Sergeant James StewartPrint Page Print this page

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The plaque commemorates James Selwyn Stewart, a former World War One soldier who died in Portland in 1945.

After a distressing and protracted illness, borne with that same heroic fortitude, characteristic of the man, which he displayed over 25 years ago when, in the service of his country, he sustained wounds which necessitated the amputation of a leg, Selwyn Stewart passed away at his home, Percy street, on Friday last, leaving behind a host of admiring friends to mourn the loss of a gallant gentleman.

Selwyn, who was aged 54 years, held a distinguished record in World War No. 1. Enlisting at the very outset, he was attached to the notorious 14th Battalion commanded by the intrepid Capt. Jacka V.C., and was soon promoted to the rank of sergeant. Under fire, he was considered one of the coolest to don a King's uniform in the dark days of 1914-18, and many acts of heroism were his, one of which re-sulted in the bestowal on this gallant Anzac of the D.C.M. (Distinguished Conduct Medal), an award considered second only to the coveted Victoria Cross. Selwyn served under Brigadier-General Brand, a soldier whose experience, unfortunately, owing to political circumstances, has not on this occasion been taken full advantage of.

It is many years since Selwyn, with his wife and young daughter June, took up his residence in Portland, where he soon became a great favourite with all who came in contact with him. He took a keen interest in many branches of civic life and for a term held the presidency of the Returned Soldiers Club.  A man of the highest integrity, he was universally esteemed and was known as one with the courage of his convictions, though at all times respecting the opinions of his fellows, in whose welfare he was always concerned.  The funeral on Saturday morning was of a private nature, returned soldiers, however, having the privilege of following the remains of their late esteemed comrade to the last resting place in the South cemetery. The casket, which was covered with the Union Jack, was carried by four original Diggers of the last war, and other veterans acted as pall-bearers. At the graveside an impressive soldiers' service was conducted by the vice president of the local branch (Mr. R. H. Egan), at the conclusion of which the returned men filed past the open grave, at the same time dropping in a poppy - the Diggers' immortal emblem of remembrance. Vale, Selwyn! The services at the house and graveside were conducted by Rev. Canon Coupe, the deceased being a devout member of the Anglican church, and the mortuary arrangements were in the hands of Mr T. C. Jarrett. A wealth of beautiful flowers testified to the esteem in which the late gentleman was held.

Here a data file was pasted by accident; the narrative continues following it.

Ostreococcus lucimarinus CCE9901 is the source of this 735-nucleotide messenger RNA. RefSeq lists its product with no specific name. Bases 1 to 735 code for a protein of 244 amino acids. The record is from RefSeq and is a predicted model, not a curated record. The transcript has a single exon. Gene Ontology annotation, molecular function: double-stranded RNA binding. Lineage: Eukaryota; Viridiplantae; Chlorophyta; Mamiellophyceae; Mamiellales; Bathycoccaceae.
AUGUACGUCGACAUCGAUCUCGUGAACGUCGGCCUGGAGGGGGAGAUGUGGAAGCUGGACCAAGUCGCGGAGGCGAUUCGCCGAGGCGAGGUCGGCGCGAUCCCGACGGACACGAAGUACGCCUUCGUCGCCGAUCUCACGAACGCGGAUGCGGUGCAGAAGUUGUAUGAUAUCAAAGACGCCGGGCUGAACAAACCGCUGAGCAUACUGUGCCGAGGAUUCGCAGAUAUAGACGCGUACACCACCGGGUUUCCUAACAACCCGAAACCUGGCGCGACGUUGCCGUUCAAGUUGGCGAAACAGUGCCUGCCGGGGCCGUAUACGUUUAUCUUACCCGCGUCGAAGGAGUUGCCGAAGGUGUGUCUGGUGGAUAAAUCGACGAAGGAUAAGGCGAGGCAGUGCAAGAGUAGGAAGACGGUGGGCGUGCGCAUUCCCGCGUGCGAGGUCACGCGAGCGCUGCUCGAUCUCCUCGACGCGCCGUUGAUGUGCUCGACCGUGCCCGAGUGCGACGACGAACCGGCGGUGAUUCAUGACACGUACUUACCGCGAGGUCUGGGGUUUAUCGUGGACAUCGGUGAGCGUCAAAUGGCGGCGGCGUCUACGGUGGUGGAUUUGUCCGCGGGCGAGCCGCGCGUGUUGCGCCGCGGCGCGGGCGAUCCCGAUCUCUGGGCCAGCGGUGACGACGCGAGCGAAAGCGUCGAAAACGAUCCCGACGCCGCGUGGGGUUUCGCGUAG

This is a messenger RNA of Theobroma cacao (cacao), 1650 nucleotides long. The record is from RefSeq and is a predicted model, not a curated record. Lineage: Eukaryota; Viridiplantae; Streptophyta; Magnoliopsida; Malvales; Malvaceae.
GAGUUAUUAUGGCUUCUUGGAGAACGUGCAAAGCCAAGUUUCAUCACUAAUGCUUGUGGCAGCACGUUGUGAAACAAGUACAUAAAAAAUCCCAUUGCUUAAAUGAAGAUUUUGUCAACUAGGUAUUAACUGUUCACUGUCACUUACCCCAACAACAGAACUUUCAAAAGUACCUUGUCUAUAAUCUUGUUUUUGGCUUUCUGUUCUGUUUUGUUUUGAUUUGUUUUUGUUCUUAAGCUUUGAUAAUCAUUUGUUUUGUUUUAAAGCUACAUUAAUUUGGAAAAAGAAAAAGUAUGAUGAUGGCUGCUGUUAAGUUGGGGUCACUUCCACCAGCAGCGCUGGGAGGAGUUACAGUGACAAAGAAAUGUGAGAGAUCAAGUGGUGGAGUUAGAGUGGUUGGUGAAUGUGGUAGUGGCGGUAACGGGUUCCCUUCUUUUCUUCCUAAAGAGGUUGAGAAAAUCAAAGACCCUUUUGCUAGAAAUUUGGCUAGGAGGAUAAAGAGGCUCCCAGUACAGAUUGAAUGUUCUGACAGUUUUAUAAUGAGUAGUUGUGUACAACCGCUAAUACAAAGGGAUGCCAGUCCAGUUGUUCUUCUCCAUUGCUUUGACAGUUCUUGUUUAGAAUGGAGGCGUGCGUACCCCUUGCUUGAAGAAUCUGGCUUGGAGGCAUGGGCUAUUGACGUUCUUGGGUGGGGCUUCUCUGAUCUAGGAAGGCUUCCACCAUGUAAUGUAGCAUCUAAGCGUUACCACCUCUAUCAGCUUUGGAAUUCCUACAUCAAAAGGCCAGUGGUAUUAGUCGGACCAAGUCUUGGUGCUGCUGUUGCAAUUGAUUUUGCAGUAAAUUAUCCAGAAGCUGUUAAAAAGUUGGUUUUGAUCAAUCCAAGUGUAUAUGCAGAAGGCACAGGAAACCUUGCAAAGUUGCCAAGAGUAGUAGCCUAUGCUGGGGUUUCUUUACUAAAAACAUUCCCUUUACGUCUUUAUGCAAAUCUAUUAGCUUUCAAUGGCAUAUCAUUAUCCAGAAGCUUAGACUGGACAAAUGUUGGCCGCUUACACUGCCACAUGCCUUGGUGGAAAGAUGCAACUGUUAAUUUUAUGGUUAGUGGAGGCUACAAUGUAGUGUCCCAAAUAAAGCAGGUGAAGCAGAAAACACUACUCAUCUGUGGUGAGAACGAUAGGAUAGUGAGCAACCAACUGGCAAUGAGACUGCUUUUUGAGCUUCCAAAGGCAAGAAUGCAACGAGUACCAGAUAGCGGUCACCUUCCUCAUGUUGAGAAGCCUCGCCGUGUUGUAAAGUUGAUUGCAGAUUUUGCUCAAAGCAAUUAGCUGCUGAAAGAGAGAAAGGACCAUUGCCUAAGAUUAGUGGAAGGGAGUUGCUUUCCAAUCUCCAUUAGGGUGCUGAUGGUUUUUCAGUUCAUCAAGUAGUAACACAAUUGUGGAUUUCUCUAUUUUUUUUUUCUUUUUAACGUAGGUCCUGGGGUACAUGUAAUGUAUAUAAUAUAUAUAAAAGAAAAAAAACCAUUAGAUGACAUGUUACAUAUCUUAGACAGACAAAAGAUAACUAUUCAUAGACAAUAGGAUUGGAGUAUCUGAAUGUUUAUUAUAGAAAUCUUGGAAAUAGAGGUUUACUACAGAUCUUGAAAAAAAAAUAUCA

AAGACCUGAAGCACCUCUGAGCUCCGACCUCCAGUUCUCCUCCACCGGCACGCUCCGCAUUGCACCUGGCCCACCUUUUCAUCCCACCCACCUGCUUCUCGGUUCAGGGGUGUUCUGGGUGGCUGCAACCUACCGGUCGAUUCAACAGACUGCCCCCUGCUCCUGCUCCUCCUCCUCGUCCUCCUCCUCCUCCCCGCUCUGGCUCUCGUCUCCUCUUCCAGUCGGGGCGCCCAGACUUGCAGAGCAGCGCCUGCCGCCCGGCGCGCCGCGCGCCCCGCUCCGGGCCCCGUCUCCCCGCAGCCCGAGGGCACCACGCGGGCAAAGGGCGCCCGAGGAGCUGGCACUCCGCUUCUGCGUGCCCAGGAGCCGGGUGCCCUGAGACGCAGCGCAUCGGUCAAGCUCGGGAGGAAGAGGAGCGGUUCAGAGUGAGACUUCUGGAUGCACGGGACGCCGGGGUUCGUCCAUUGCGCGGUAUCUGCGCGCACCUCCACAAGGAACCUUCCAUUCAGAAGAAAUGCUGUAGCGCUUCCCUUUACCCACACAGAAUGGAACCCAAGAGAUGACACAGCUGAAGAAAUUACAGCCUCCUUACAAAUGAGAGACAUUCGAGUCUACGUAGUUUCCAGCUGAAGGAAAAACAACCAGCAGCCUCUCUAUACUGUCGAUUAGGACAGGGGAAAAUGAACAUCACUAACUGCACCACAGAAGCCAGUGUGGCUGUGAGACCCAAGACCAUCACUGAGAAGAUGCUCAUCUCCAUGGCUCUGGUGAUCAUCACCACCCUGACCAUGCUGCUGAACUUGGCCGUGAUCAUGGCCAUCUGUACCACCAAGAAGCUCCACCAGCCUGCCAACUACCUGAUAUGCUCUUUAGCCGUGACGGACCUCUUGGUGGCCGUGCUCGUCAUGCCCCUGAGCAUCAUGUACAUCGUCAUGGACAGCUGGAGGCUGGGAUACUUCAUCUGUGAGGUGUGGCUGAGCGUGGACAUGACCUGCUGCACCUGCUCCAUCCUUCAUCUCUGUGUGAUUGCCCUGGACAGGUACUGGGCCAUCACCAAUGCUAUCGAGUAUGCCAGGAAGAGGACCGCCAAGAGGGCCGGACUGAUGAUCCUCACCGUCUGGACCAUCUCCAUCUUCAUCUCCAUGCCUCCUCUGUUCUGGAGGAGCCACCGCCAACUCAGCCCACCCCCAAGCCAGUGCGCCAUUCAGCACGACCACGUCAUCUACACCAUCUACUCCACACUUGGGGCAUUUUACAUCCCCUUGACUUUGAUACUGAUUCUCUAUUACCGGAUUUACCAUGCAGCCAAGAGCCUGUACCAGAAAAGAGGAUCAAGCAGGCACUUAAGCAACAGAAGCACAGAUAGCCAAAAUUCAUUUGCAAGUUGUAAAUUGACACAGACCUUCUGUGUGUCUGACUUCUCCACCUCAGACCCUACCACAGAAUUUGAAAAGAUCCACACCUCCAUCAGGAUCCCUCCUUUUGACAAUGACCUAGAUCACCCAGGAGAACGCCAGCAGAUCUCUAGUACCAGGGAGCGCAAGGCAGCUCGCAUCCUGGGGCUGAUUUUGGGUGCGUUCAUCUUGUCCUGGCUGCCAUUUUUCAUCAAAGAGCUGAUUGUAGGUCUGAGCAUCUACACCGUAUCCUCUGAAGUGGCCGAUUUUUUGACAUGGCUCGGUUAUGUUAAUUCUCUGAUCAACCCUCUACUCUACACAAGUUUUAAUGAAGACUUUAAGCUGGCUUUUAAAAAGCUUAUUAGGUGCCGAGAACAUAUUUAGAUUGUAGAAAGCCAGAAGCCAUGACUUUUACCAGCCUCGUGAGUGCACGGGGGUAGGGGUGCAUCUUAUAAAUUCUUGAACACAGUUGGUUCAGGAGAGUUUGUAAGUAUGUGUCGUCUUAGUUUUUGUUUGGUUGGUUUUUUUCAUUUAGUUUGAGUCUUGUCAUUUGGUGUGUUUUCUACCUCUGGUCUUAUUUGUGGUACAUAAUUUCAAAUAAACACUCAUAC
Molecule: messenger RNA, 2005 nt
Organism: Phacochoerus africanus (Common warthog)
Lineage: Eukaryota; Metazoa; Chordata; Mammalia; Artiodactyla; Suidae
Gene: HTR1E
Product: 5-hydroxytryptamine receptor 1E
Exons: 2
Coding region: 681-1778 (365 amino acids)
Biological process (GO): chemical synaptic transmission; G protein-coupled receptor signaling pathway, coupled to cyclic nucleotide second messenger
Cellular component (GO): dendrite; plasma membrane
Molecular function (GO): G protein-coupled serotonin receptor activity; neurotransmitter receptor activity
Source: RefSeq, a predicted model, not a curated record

Excerpt from James Selwyn Stewart Obituary, Portland Guardian (Vic), 22 January 1945.


Address:57 Julia Street (cnr Percy Street), St Stephens Anglican Church, Portland, 3305
GPS Coordinates:Lat: -38.348699
Long: 141.603308
Note: GPS Coordinates are approximate.
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Monument Type:Plaque
Monument Theme:People


Front Inscription

To The Glory of God


14th Battallion A.I.F. 1914 - 1916

Died At Portland On 19th January 1945 In His 55th Year

Source: MA,SKP
Monument details supplied by Monument Australia - www.monumentaustralia.org.au
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